domingo, 2 de novembro de 2008

BASF will not repeat importation of phosphate from Western Sahara

The Belgian branch of German chemical company BASF is not planning further imports from occupied Western Sahara.

Early in October, the branch of Western Sahara Resource Watch in Belgium discovered that a Belgian subsidiary of BASF had imported phosphates from occupied Western Sahara.

On 22nd of October, German former MEP Margot Kessler, together with Western Sahara Resource Watch, wrote to BASF, asking for a clarification regarding the imports of phosphates. The letter requested information on the scope of the BASF imports.

In a reply yesterday, the company confirmed having received this shipment, but said they do not expect further imports.

"For the time being, this was an isolated replacement delivery from this territory which we do not expect to be repeated in the future. ", wrote Mrs. Anne Forst from BASF sustainability center in a mail to WSRW.

"A part of BASF’s phosphate demand is covered by Moroccan phosphate delivered by Office Chérifien des Phosphates (OCP). OCP has been a reliable supplier of phosphate from mines in the Kingdom of Morocco for over 20 years. In spring 2008, OCP contacted us because of a supply shortage at the Moroccan mine from which BASF usually receives the phosphate. OCP offered a temporary replacement order with phosphate in an alternative quality from a different mine operated by OCP in the Western Sahara region, which we accepted", Forst wrote.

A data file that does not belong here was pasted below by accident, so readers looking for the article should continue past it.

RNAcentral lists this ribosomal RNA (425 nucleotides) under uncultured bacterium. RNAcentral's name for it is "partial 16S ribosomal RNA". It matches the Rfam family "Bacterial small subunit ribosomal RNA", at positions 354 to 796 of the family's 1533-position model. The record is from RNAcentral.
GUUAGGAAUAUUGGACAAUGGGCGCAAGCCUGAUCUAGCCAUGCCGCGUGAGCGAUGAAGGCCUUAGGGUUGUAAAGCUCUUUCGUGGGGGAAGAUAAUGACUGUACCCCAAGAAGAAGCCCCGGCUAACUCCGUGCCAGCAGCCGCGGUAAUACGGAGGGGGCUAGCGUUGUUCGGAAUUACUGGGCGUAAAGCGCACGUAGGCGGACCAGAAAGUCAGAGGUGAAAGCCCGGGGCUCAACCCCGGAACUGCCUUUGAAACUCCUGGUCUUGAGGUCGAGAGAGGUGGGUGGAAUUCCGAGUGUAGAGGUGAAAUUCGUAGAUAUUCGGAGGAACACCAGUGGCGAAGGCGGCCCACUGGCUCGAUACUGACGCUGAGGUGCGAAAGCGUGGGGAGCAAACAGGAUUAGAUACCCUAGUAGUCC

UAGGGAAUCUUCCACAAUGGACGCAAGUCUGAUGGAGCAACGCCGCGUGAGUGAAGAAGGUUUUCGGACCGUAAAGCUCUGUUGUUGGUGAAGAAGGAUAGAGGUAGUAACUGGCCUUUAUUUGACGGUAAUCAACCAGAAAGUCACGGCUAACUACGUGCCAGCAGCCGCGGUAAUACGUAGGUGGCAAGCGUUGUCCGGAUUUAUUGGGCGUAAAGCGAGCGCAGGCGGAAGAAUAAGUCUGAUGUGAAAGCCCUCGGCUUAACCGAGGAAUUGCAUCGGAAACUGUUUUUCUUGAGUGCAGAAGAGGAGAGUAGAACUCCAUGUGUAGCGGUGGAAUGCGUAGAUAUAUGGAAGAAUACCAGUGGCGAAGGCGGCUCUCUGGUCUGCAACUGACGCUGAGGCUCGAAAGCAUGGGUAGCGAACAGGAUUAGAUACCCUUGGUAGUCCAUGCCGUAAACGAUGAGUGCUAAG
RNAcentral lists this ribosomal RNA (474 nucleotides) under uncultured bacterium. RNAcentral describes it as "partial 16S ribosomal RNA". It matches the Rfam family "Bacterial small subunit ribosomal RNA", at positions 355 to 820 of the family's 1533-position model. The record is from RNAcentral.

The BASF representative says that the OCP has assured in an "expert opinion" that the OCPs operations in Western Sahara are to be beneficial locally. OCP has been running operations in occupied Western Sahara since shortly after Moroccan forces moved into Western Sahara on November 6th 1975.

"OCP provided an expert opinion which was able to demonstrate to BASF that OCP’s operations in the Western Sahara are beneficial through job creation for the local people, investments in the local infrastructure, community engagement, and economic stimulus. We are fully confident that the operations of OCP at Boucraa and the purchase of the replacement delivery were consistent with international law.", Horst wrote.

Since taking over the plant in 1975, OCP has replaced most of the Sahrawi workers with Moroccan settlers, who have been moved into the territory in violation of the Geneva Conventions.

POLISARIO Front reiterates demand to include the protection of human rights in the mandate of the MINURSO

POLISARIO Front denounced the pursuit of the "flagrant human rights violations" committed by the Moroccan authorities in many regions of the occupied Western Sahara and in the south of Morocco.

In a letter he addressed to the Secretary General of the UN, Ban Ki-Moon, POLISARIO Front Secretary General, Mohamed Abdelaziz, reiterated demand to "include the protection of human rights in the occupied territories of Western Sahara in the mandate of the MINURSO" (Mission of the UN for the Organisation of a Referendum in Western Sahara).